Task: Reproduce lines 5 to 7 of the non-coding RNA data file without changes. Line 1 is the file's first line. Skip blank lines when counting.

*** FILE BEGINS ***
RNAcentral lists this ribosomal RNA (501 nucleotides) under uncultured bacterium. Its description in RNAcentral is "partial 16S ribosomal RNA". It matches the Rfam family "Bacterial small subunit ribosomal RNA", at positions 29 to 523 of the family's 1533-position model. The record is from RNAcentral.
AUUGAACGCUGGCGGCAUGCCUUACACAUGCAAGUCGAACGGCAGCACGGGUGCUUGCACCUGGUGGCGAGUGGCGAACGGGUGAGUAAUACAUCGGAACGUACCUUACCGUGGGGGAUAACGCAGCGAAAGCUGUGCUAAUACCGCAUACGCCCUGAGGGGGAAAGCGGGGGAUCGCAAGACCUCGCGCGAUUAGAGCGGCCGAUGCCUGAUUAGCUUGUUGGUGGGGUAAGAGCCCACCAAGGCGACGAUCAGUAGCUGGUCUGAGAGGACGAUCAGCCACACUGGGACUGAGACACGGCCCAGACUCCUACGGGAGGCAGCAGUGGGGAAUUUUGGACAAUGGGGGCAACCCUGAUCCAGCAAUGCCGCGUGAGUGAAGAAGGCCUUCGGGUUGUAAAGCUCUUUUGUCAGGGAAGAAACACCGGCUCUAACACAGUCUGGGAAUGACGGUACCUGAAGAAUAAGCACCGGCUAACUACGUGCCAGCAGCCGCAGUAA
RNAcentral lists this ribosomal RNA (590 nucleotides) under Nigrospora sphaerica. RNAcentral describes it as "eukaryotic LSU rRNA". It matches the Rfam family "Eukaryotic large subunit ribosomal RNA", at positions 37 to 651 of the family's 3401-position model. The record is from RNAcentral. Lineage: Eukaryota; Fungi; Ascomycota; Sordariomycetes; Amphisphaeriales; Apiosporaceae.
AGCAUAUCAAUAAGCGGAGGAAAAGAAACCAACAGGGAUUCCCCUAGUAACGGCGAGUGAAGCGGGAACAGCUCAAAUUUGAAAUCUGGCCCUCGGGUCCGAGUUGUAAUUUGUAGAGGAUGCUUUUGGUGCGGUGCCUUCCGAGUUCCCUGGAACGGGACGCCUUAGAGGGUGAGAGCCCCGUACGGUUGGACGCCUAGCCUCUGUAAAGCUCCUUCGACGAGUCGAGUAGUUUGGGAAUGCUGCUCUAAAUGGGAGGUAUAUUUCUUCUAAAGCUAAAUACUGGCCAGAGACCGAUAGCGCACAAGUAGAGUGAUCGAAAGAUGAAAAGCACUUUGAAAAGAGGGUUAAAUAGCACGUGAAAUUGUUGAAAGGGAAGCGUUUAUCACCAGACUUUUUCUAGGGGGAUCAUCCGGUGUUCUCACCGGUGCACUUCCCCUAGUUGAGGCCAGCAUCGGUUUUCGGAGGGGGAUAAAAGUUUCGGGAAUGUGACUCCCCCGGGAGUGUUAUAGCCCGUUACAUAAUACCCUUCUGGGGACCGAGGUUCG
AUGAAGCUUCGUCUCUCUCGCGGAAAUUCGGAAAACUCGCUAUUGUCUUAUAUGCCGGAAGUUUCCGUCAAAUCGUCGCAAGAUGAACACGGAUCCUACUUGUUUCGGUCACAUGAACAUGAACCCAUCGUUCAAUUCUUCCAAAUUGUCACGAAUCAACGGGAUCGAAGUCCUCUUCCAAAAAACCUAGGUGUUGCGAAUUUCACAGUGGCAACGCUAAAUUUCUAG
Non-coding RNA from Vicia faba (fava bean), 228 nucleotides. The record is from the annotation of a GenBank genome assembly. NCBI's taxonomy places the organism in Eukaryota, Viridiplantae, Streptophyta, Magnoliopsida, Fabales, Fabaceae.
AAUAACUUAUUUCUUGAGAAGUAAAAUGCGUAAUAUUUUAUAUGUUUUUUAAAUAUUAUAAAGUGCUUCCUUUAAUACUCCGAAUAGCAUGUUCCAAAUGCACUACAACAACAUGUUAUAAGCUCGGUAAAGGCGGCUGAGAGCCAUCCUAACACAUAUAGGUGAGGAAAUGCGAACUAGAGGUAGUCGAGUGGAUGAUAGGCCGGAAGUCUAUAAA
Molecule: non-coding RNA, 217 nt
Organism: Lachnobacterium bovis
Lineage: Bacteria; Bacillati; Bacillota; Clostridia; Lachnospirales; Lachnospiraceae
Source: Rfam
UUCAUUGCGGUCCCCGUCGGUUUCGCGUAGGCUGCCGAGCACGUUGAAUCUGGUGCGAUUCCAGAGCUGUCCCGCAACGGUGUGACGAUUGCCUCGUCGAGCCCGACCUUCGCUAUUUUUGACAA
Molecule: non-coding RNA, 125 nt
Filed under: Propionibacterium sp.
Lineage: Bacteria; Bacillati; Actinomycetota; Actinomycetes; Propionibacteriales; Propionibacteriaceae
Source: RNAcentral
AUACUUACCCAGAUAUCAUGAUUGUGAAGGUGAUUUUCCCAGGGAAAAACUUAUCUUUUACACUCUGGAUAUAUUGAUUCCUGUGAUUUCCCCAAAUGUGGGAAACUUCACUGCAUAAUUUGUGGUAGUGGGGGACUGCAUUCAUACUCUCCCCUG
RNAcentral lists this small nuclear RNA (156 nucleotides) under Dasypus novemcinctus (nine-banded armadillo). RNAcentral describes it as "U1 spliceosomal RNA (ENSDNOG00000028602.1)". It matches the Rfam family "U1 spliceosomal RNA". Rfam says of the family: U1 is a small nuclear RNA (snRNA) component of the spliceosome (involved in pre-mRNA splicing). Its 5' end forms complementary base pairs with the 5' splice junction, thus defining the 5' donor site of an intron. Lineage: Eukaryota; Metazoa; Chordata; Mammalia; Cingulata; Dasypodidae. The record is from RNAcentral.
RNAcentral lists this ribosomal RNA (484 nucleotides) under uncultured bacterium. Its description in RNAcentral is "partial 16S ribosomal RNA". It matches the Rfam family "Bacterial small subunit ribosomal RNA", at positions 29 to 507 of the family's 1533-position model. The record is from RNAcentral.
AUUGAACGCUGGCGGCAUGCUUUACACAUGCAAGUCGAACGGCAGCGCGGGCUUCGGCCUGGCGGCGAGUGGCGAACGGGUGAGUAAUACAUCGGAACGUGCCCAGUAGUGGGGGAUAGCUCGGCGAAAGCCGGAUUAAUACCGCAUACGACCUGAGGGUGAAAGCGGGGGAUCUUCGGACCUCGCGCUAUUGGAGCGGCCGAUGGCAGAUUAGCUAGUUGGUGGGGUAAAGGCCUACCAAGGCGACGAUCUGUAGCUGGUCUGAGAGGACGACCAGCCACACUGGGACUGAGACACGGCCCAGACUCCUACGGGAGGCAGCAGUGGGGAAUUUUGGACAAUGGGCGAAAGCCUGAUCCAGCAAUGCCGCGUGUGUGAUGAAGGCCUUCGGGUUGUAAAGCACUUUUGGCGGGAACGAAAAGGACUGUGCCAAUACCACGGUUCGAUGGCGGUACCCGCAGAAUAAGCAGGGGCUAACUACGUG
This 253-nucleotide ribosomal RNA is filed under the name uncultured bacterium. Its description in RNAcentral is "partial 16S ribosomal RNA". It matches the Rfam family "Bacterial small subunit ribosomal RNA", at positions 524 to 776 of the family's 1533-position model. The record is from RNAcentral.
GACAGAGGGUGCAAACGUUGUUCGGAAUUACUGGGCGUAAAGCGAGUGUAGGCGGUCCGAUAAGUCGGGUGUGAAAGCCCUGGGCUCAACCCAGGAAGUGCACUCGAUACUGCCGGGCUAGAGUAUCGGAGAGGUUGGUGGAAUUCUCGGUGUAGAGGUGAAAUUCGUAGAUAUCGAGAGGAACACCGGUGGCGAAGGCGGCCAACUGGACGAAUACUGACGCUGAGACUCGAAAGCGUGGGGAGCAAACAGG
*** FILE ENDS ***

AUGAAGCUUCGUCUCUCUCGCGGAAAUUCGGAAAACUCGCUAUUGUCUUAUAUGCCGGAAGUUUCCGUCAAAUCGUCGCAAGAUGAACACGGAUCCUACUUGUUUCGGUCACAUGAACAUGAACCCAUCGUUCAAUUCUUCCAAAUUGUCACGAAUCAACGGGAUCGAAGUCCUCUUCCAAAAAACCUAGGUGUUGCGAAUUUCACAGUGGCAACGCUAAAUUUCUAG
Non-coding RNA from Vicia faba (fava bean), 228 nucleotides. The record is from the annotation of a GenBank genome assembly. NCBI's taxonomy places the organism in Eukaryota, Viridiplantae, Streptophyta, Magnoliopsida, Fabales, Fabaceae.
AAUAACUUAUUUCUUGAGAAGUAAAAUGCGUAAUAUUUUAUAUGUUUUUUAAAUAUUAUAAAGUGCUUCCUUUAAUACUCCGAAUAGCAUGUUCCAAAUGCACUACAACAACAUGUUAUAAGCUCGGUAAAGGCGGCUGAGAGCCAUCCUAACACAUAUAGGUGAGGAAAUGCGAACUAGAGGUAGUCGAGUGGAUGAUAGGCCGGAAGUCUAUAAA